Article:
Saturday, July 20, 2019

Alabama: Alabama Bound

purchase [Doc Watson]

As I noted last post, the train is a classic element of music from the south -be it the blues or country. Whether it is the rhythm of the wheels on the rails that matches the musical beat, the role the railroad played in the escape from the south, the resemblance of the whistle and some of the sounds you can get from the harmonica or the loneliness that can come from being on the road.

Herewith 3 versions in somewhat chronologichal order of the classic that combines once again Alabama and trains:


Doc & Merle :

Arlo Guthrie

and just for silliness:


Don't know why this didn't come to me sooner. Possibly because I could never work out who Alabama 1 and Alabama 2 might be, and possibly because I always need a smartarse comment to blot my copy. But, let's run with this, who would be 1 and 2? There have been a number of groups with alabama in their title, but fewer with that as their only name. But there are two. Namely, Alabama and Alabama. Presumably the dissolute aggregate of reprobates that formed the Alabama 3, and of whom there were more than 3, named themselves in respect of that......

 Of course they didn't, but quite why they did  remains a mystery, with as much info as I can muster included here. Plus what I have learnt, in the time honoured tradition of near duplicable names, in the USA the band are legally required to be known as A3. Under normal circumstances they would, I guess, also be a mere footnote in the history of odd UK bands who dabbled in country and related, never western, world famous in Islington and the strange festivals that crop up on the fringes of the UK circuit. (See also the Rockingbirds.) But luck came a'knocking and a'knocking big, when, in 1999, the makers of The Soprano's chose their song as the theme.

The band came together sometime in the early 90, the 2 main front men, Robert Spragg (AKA Larry Love) and Jake Black (AKA the Very Reverend Dr. D. Wayne Love), meeting at an acid-house party at a south London squat. Whether true or not, it's a great story, even if one the record companys struggled to buy into, most dismissing them as a novelty troupe. Not until 1997 did appear their debut, 'Exile of Coldharbour Lane', the title a play on the name of the Rolling Stones' 'Exile on Main Street', Coldharbour Lane being a historically disreputable road linking parts the South London Boroughs of Camberwell Green and Brixton. Many of their titles play similarly, with songs called 'Sad Eyed Lady of the Lowlife' and 'The Devil Went Down to Ibiza.'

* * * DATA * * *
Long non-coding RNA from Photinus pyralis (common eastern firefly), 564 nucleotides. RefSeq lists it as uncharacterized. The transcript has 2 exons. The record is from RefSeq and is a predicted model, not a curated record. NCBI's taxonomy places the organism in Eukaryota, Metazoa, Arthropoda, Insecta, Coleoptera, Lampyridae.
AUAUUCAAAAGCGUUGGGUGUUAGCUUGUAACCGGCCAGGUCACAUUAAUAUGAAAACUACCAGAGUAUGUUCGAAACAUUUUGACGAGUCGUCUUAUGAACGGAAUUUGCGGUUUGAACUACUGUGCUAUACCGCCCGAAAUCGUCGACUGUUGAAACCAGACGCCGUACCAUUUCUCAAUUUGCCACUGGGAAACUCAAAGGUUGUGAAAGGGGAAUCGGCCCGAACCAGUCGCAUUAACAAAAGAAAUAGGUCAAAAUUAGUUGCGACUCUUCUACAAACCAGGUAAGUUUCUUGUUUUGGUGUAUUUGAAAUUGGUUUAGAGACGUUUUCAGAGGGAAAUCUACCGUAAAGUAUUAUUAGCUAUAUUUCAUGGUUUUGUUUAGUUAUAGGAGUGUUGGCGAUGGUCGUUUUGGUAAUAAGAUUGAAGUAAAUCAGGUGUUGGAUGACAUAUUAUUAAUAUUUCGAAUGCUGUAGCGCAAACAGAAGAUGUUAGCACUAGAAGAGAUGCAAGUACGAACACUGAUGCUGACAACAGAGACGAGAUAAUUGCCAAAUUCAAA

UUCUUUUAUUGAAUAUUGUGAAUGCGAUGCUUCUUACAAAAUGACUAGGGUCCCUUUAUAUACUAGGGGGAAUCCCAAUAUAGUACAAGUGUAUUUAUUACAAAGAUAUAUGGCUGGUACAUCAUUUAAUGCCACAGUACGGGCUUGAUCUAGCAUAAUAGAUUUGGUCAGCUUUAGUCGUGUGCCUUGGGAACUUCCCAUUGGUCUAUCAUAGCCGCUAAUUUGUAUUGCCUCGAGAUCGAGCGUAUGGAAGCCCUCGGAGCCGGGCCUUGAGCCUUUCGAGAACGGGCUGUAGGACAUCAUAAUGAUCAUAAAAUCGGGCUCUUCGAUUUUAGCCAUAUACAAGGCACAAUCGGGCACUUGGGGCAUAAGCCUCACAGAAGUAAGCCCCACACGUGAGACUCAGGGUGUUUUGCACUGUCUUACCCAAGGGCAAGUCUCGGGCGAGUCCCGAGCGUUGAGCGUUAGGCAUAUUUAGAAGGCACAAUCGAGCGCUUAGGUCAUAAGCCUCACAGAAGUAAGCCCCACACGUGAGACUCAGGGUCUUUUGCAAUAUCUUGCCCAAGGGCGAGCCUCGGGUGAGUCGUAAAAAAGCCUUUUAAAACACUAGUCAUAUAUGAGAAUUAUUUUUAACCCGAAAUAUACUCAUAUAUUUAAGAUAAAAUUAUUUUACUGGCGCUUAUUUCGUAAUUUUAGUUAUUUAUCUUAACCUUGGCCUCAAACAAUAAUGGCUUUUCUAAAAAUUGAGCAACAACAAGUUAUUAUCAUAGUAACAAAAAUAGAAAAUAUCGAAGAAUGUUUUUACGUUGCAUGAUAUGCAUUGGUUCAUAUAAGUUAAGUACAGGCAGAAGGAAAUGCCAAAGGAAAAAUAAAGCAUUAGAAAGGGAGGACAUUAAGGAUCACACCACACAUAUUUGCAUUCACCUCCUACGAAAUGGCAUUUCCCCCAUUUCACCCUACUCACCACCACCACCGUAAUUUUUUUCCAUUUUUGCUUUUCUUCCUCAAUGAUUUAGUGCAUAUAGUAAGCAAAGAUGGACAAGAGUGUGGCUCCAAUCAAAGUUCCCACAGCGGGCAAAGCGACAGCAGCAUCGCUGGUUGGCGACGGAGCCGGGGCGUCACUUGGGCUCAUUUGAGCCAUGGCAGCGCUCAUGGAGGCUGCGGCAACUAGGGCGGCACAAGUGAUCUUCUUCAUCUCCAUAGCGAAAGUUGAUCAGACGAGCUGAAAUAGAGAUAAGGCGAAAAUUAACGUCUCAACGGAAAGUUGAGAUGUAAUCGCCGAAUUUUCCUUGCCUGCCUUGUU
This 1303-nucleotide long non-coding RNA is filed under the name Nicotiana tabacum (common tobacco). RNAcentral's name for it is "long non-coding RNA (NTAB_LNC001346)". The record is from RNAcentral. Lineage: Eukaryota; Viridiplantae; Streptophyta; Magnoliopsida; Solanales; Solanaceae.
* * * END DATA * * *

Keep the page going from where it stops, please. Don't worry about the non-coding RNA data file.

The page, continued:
Chucking elements of country music into a blender with electronica and dance music might seem an unwieldy mix and it often is, and can often be a limited avenue to explore. There are few who have chosen any similar path, but, strangely, it is mid-period Chumbawamba, perhaps unsurprisingly on the same label, they remind me most, predominantly on account of the equivalently manic experience of the live show. For to get the point of this band requires the live experience, a maelstrom of lights, beats, flailing limbs and a feral audience at one with the ritual. I gave never been to a pentecostal church in the deep south, communing with serpents and talking in tongues, but my feel is that the frenzy therein may be kindred. It is no coincidence the early working name of the band was the First Presleyterian Church of Elvis the Divine (UK), the title giving a hint of their ethos, along with the stage names outlined above. (The parentheses here make me chuckle, wondering if the legals team had found a similarly entitled US organisation. STOP PRESS, they did!)

Astonishingly the band have made it to 20, seemingly constantly on the road. Their last record, 'Blues', their 6th or 12th, depending on the degree of official attached thereto, came out in 2016, designed to bring in the feel of the delta blues the acoustic offshoot of the band had been touring alongside the bigger and noisier version. Whilst the album is the big band version of that, it, against expectation, works, showing off arguably better the genuine love and feel for the musical styles distilled in the band. When, suddenly, Jake Black died earlier this year, I felt this would be the death knell of the band, but far from it. Indeed, there is scarcely a mention of this on the band website, but his obituary does give a quote on the subject from his bandmate. They tour on, relentlessly.


Wednesday, July 17, 2019

Alabama: Mobile

Purchase [  Let It Rock]

If you had no other American reference to go by, you could be forgiven for confusing the pronunciation of the Alabama city of Mobile. There are at least 3 forms, but one is correct. 'Course, it's not the only US city name to throw the unsuspecting, is it?

Located on I-10 (which is inherently kind of a cross-roads -as are all of US Interstate hiway cities), Mobile, like the state itself is classic Deep South, and that includes the good as well as the better known bad. Hey, the city that lays claim to the first Mardi Gras must have (had) something going for it beyond the fact that it is the state's port city (AL doesn't have much coast anyway.)

While the city is hardly bereft of music recording studios, its better known role in music is more as a source of lyric inspiration. As in Chuck Berry's Let It Rock.
It doesn't appear that Berry experienced the train gang referred to in his lyrics, but, growing up in the South, he certainly had all the background necessary to put together a valid narrative incorporating the right themes in a song. And Alabama has gone back and forth on the use of chain gangs even after a mid-90s general halt to their use.

But rather than a song about gangs, trains or the deep south for that matter, it's a rock and roll song about how life is just plain tough, a song about the blues. And it sounds a lot like Berry's most famous song, don't it?